In Plateau State, the incoming governor, Caleb Muftwang of the PDP, will be forced to settle outstanding salaries owed by his predecessor, Simon Lalong of the APC. The state is currently on shutdown due to the indefinite strike declared by the NLC and the Trade Union Congress.
In Taraba State, almost all categories of workers are being owed. From lecturers in the state-owned university to teachers. The Taraba State NLC, during the 2023 Labour Day celebration, urged the governor to settle the six months’ salaries of local government employees and five months for primary school teachers before handing over to the incoming administration.
In Cross River State, the incoming governor, Bassey Otu, will face angry environmental workers in the state. Recently, the environmental workers protested the failure of the government to pay their four months’ salaries.
The National Vice-President of the TUC, Tommy Etim, called on all the affected governors to clear “their tables” and pay all outstanding salaries before handing over to their successors.
Etim, who is also the National President of the Association of Senior Civil Servants said, “As they are leaving, they should clear their tables and pay all outstanding salaries. These governors need to know that salary is a right and not a privilege. Failure to pay will also be a huge burden on the incoming administrations.
“Also, the governors have all set up transition committees; they must include what they owe in their handover notes. Let everybody know. However, in order to avert industrial crises, they must settle the outstanding salaries and other entitlements. They should do this to redeem their images. They must clear the salaries.”
A fiscal transparency analyst, Victor Agi, kicked against the huge amount provided to ex-political officeholders as retirement benefits.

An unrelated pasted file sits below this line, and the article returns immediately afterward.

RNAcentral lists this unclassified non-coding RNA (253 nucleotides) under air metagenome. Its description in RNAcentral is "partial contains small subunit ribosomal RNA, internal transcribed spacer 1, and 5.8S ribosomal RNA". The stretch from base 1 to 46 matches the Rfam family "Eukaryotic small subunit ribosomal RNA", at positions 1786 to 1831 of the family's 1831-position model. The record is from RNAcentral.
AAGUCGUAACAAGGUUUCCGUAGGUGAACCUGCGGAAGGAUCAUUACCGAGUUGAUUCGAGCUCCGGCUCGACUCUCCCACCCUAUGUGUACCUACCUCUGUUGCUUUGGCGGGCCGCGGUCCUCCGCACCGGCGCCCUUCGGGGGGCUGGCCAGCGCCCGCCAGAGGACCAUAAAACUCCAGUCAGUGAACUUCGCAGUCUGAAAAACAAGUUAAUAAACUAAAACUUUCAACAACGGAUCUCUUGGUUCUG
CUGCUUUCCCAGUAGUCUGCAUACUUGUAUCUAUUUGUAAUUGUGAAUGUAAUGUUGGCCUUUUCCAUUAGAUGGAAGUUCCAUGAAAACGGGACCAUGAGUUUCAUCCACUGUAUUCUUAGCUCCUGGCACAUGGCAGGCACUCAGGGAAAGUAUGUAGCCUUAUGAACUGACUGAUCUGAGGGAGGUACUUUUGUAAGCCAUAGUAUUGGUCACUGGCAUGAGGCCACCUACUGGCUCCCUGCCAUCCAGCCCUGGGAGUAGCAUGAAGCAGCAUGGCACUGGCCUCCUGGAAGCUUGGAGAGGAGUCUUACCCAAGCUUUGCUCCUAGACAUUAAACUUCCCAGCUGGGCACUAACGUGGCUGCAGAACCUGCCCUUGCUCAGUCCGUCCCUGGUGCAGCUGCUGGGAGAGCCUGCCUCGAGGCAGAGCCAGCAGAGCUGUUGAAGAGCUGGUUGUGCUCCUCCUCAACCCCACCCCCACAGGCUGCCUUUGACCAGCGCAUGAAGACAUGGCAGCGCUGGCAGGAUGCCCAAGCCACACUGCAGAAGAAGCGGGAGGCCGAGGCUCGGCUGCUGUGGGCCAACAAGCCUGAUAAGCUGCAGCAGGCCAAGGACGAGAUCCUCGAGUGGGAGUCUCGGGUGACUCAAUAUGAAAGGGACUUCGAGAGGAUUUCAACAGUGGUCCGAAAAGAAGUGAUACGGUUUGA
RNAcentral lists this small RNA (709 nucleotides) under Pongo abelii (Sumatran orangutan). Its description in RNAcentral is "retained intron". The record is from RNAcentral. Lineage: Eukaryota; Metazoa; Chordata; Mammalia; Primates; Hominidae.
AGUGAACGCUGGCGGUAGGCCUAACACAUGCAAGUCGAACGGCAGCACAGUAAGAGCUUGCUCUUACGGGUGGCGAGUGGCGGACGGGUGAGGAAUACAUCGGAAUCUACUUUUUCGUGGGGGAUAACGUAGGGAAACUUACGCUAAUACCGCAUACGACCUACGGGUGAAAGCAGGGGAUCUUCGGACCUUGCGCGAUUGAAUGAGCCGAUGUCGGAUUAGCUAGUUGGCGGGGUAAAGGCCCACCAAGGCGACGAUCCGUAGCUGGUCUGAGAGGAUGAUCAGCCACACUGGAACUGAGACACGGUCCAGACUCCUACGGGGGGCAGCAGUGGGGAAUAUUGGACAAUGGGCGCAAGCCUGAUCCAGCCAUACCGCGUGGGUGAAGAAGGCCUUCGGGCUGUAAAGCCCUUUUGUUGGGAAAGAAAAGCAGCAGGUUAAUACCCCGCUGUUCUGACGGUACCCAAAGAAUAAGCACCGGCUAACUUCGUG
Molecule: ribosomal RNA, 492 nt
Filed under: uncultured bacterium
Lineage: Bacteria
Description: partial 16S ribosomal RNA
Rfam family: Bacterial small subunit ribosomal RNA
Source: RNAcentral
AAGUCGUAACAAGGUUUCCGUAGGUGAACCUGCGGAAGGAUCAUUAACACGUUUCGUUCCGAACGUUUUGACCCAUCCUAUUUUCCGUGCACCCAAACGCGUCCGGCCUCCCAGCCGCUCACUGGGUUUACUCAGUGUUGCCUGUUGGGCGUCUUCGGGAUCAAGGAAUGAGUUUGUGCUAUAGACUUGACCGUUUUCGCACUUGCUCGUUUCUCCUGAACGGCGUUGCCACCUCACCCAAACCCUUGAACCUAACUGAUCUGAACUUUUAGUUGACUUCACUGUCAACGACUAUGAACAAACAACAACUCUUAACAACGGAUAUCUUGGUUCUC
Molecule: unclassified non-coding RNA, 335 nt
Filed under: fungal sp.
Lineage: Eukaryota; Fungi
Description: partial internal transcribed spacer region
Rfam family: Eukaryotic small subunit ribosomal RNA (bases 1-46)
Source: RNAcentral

He said, “It is therefore against natural justice that people who could not substantially make a meaningful impact in the lives of ordinary people during their term in office would part with so much public fund as severance and pension for the rest of their lives.”
He added that these payments are made amid the negative growth indicators, rising inflation and huge debt burden in the country.
Agi said, “In spite of the negative growth indicators, inflation and huge debt burden staring us all in the face, to what end, therefore, are public servants parting away with so much from our coffers?
“While a ‘labourer’ is worthy of his/her wages, one wonders if many of the public servants who are expecting these severances packages would ‘handsomely reward’ an employee who had run their businesses the way they have spearheaded the affairs of the country in the last eight years.
“Reward in the form of a severance package in the public service is certainly expected, but rewarding a public servant in whatever capacity who has incurred more debt and has not added substantially to the living standard of the people is rather problematic and would mean that the country has systemised rewarding failure. This is an anomaly that we must continue to interrogate.”
A senior economist with SPM Professionals, Mr Paul Alaje, described the pay and benefits as a burden on the states.
He said, “The pension is a burden for any payer, the government and the state. It only shows that people think they don’t have a life outside political offices and that is why such an amount will be budgeted for somebody who is no longer in office and who is not contributing directly to the growth and development of the state… It is unrealistic for this practice to continue. More than 60 to 70 per cent of our states are bleeding in terms of financial boost and this continues every four years.
“What we are doing is, we are deliberately plunging our country into a coma. A time will come and we are close to it when all we are generating as internally generated revenue will just be enough salaries and pensions, and only take care of political officeholders without any infrastructural development. We must condemn in strong terms the spending of the little resources we have to better the lives of politicians at the detriment of the states.”